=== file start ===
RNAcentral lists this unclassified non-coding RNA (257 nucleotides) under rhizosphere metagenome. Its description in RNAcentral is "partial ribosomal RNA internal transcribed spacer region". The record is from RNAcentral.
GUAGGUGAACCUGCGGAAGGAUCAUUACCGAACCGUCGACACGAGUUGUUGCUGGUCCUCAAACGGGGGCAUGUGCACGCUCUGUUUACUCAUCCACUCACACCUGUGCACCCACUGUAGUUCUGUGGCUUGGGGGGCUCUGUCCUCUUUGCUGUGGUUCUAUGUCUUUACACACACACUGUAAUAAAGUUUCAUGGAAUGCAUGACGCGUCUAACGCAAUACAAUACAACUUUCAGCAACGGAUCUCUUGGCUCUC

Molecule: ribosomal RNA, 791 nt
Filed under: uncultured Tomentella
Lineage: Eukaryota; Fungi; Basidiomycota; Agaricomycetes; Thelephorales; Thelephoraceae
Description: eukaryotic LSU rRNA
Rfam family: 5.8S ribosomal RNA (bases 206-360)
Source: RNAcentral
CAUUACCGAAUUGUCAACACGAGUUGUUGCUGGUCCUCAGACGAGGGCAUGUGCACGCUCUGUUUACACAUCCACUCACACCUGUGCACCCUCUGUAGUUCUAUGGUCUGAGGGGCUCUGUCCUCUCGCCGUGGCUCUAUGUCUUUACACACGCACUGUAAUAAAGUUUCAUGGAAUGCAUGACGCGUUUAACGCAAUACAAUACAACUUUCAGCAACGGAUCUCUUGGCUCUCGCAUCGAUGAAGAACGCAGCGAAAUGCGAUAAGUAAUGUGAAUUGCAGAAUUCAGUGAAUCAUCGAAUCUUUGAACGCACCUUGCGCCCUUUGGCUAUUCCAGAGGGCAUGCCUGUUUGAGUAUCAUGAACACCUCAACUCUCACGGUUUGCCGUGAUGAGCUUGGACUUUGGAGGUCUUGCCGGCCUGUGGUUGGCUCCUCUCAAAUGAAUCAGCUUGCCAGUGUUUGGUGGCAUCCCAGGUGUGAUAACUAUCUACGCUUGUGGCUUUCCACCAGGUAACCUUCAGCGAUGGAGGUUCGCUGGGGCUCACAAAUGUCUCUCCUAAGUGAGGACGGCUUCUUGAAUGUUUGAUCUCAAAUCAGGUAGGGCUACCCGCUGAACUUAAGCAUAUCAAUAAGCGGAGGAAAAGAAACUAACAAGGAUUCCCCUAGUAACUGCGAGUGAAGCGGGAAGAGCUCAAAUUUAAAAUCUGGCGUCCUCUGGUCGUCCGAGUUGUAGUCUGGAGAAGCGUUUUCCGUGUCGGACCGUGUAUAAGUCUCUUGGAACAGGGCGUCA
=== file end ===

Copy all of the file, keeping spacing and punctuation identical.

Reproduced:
RNAcentral lists this unclassified non-coding RNA (257 nucleotides) under rhizosphere metagenome. Its description in RNAcentral is "partial ribosomal RNA internal transcribed spacer region". The record is from RNAcentral.
GUAGGUGAACCUGCGGAAGGAUCAUUACCGAACCGUCGACACGAGUUGUUGCUGGUCCUCAAACGGGGGCAUGUGCACGCUCUGUUUACUCAUCCACUCACACCUGUGCACCCACUGUAGUUCUGUGGCUUGGGGGGCUCUGUCCUCUUUGCUGUGGUUCUAUGUCUUUACACACACACUGUAAUAAAGUUUCAUGGAAUGCAUGACGCGUCUAACGCAAUACAAUACAACUUUCAGCAACGGAUCUCUUGGCUCUC

Molecule: ribosomal RNA, 791 nt
Filed under: uncultured Tomentella
Lineage: Eukaryota; Fungi; Basidiomycota; Agaricomycetes; Thelephorales; Thelephoraceae
Description: eukaryotic LSU rRNA
Rfam family: 5.8S ribosomal RNA (bases 206-360)
Source: RNAcentral
CAUUACCGAAUUGUCAACACGAGUUGUUGCUGGUCCUCAGACGAGGGCAUGUGCACGCUCUGUUUACACAUCCACUCACACCUGUGCACCCUCUGUAGUUCUAUGGUCUGAGGGGCUCUGUCCUCUCGCCGUGGCUCUAUGUCUUUACACACGCACUGUAAUAAAGUUUCAUGGAAUGCAUGACGCGUUUAACGCAAUACAAUACAACUUUCAGCAACGGAUCUCUUGGCUCUCGCAUCGAUGAAGAACGCAGCGAAAUGCGAUAAGUAAUGUGAAUUGCAGAAUUCAGUGAAUCAUCGAAUCUUUGAACGCACCUUGCGCCCUUUGGCUAUUCCAGAGGGCAUGCCUGUUUGAGUAUCAUGAACACCUCAACUCUCACGGUUUGCCGUGAUGAGCUUGGACUUUGGAGGUCUUGCCGGCCUGUGGUUGGCUCCUCUCAAAUGAAUCAGCUUGCCAGUGUUUGGUGGCAUCCCAGGUGUGAUAACUAUCUACGCUUGUGGCUUUCCACCAGGUAACCUUCAGCGAUGGAGGUUCGCUGGGGCUCACAAAUGUCUCUCCUAAGUGAGGACGGCUUCUUGAAUGUUUGAUCUCAAAUCAGGUAGGGCUACCCGCUGAACUUAAGCAUAUCAAUAAGCGGAGGAAAAGAAACUAACAAGGAUUCCCCUAGUAACUGCGAGUGAAGCGGGAAGAGCUCAAAUUUAAAAUCUGGCGUCCUCUGGUCGUCCGAGUUGUAGUCUGGAGAAGCGUUUUCCGUGUCGGACCGUGUAUAAGUCUCUUGGAACAGGGCGUCA